Hannah Gadsby’s Gender Agenda

Hannah Gadsby’s Gender Agenda

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The show is directed by Julian Smith and hosted by Hannah Gadsby’s Gender Agenda. Some of the comedians who appeared at this event include Alok, Dahlia Belles, Chloe Petts, Krishna Istha, Jes Tom, DeAnne Smith and Asha Ward. Hannah Gadsby begins the show by alluding to a past feud with Netflix and jokingly says, “So the last time Netflix brought this many trans people together it was for a protest; So progress,” before proceeding with the real performance.

There is more than just delivering an extended lecture about gender complications in Hannah Gadsby’s Gender Agenda. It has something for everybody from dark humor on serious matters to insightful LGBTQA+ community comments and funny jibes on current issues.

However, it’s British comedian Chloe Petts that steals the show. She adopts a humorous but thought-provoking perspective towards transphobia as seen through her version of being a six-foot lesbian which both entertains and enlightens at once. That X-factor in this stand-up lies in Chloe’s confident and energetic delivery. When you pay attention to Chloe’s performance she’ll give you three kinds of jokes: light humour banter, dark puns and impacting social messages.

Chloe takes her supposed gender too lightly laughing at it especially since most people take her for a man due to her height. She playfully refers to herself as an “If I feels like eating meat today” vegetarian or non-practicing homosexual which points out her willingness to be open minded beyond where she is comfortable staying as an adult which epitomizes what the show stands for.

Dahlia also tells hard truths about transgender women in comedy. Dahlia openly refers to herself as a ‘butt pirate’ even making fun of herself in front of thousands of spectators gathered there that day. Again she is not afraid of making fun about religious matters and is quick to mention that if someone gets annoyed, they can go to hell.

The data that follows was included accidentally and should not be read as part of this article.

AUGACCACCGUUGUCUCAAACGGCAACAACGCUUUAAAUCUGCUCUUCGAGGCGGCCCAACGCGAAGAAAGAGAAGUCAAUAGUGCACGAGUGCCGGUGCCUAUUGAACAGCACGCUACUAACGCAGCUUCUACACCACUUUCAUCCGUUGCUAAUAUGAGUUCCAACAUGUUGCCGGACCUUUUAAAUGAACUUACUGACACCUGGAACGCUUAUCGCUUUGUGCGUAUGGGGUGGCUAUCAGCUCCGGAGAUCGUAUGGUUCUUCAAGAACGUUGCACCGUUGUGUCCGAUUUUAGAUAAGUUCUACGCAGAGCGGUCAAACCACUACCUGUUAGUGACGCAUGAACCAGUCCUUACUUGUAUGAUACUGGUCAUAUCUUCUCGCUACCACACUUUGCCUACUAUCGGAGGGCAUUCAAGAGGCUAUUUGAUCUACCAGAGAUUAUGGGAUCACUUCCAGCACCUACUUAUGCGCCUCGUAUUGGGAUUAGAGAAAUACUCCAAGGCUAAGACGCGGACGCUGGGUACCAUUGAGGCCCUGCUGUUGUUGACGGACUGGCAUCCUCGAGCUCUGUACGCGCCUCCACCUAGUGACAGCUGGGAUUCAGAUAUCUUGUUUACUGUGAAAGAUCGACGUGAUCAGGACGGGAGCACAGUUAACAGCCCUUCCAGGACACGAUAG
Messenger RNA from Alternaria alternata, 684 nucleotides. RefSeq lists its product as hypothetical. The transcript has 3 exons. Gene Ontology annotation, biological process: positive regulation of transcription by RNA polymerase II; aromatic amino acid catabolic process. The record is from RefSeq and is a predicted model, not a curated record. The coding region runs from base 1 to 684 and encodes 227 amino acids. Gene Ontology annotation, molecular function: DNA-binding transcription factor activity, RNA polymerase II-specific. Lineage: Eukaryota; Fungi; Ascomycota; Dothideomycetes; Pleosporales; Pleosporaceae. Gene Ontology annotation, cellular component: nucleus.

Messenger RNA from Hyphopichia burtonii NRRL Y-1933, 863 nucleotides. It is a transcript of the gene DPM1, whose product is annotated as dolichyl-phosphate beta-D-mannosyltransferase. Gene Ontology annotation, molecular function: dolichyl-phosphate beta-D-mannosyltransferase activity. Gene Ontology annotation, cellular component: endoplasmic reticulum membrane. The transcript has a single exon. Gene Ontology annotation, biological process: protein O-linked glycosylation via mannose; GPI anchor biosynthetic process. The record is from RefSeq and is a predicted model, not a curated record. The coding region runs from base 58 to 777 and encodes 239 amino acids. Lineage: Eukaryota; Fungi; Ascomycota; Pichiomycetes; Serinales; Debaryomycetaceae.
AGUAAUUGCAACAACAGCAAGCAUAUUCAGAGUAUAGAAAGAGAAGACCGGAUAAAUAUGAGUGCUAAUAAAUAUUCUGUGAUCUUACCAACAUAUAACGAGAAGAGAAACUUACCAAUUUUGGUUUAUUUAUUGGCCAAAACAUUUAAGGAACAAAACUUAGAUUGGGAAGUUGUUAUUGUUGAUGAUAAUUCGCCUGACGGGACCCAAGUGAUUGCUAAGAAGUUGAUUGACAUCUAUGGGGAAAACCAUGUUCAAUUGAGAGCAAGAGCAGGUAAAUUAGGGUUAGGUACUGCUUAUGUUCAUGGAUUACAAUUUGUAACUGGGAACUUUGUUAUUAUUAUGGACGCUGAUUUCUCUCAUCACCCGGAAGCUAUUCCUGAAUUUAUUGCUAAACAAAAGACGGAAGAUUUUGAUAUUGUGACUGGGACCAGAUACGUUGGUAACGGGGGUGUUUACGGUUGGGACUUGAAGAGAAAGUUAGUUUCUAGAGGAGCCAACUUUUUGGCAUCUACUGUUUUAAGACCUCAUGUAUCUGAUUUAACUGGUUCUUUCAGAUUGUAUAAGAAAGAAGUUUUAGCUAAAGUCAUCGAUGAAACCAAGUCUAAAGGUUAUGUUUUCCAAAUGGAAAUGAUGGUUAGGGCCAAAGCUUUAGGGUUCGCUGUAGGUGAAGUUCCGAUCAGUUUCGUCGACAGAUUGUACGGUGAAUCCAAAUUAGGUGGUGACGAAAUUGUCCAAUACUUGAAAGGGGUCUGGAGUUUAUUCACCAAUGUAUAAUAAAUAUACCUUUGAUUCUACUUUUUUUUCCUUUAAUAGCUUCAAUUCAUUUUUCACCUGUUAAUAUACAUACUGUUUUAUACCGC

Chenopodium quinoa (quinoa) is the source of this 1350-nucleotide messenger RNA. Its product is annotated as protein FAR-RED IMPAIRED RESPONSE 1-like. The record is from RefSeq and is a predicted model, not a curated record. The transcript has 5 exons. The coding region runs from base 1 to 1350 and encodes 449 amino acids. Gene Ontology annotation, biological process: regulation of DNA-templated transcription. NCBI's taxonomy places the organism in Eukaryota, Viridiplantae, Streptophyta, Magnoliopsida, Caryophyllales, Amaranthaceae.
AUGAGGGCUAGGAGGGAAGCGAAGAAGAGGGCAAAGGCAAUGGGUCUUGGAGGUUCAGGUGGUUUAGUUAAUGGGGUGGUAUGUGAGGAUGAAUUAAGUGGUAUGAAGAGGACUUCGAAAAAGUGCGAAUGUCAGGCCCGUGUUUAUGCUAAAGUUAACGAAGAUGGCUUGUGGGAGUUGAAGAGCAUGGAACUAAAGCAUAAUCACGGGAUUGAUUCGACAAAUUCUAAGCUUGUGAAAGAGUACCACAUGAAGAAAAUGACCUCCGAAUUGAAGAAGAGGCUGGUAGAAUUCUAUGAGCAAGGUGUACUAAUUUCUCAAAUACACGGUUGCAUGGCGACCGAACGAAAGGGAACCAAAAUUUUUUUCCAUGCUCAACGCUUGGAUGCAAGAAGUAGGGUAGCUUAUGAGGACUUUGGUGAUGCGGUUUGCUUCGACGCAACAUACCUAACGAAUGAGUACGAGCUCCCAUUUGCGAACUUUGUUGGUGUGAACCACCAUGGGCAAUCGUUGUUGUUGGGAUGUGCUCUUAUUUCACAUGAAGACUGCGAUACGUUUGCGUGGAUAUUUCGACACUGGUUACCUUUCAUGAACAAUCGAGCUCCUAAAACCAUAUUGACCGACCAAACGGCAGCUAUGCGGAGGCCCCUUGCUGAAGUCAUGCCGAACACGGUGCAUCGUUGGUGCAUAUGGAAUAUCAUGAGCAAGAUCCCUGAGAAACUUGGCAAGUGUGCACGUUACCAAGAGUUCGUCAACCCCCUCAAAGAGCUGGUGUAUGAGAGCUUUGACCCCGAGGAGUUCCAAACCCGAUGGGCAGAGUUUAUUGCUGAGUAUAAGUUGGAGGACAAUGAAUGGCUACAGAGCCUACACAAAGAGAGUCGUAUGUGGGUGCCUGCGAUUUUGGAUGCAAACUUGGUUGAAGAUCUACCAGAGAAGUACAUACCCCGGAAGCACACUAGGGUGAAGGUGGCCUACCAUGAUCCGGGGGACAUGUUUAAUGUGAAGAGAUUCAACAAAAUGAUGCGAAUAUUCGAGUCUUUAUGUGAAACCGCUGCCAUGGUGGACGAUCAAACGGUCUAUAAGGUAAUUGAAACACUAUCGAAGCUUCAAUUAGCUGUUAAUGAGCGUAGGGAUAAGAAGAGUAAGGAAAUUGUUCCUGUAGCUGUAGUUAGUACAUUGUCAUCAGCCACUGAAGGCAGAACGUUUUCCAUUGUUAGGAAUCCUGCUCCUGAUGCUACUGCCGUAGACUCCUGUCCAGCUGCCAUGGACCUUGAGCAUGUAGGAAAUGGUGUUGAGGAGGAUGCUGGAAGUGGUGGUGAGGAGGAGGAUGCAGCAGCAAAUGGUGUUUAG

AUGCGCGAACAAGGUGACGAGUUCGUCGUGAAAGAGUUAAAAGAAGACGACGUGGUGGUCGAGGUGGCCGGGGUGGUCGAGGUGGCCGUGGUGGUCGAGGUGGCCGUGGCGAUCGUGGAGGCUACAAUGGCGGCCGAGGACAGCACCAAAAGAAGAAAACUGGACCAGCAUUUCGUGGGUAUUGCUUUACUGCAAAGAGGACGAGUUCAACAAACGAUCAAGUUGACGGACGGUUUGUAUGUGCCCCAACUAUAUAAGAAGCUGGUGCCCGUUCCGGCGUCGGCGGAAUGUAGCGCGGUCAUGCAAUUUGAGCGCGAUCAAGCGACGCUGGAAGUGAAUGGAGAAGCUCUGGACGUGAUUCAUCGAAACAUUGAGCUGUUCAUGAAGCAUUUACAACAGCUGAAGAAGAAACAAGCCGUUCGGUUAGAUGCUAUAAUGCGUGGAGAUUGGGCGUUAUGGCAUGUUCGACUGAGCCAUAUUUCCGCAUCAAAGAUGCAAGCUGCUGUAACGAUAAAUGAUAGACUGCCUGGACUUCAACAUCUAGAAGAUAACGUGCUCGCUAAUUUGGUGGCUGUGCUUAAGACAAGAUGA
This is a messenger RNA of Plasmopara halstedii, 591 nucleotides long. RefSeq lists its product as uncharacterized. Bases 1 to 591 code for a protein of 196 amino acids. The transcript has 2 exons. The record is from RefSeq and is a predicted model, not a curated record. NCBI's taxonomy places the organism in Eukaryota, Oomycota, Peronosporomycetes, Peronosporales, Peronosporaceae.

She further states that every human is born equal and should be treated as such no matter what caste, religion or community they belong to. She goes on to say that as far as she is concerned, if you judge people by their gender identity than any homage given after death is void of meaning because it does not truly represent who they were.

Krishna Istha is a non-binary and trans-masculine performer whose sharp tongue leaves us in stitches. In response to the stereotype that a man can live in a woman’s body, his answer was quite witty when he cleverly said we were all once in a woman’s body.

Recently Netflix released “Red Ollero, Mahubay is a Lie,” an alienating Filipino stand-up special which was tough for anyone to bear. Compared to these performances however, Gender Agenda delivers some hit-and-miss comedy. Nevertheless, the idea of basing the whole show on just one theme deserves applause.

As such, Hannah Gadsby’s Gender Agenda feels like something in-between; it’s neither great nor boring but both at the same time. It may have been better done so but it also has its own exceptional style worth watching for.

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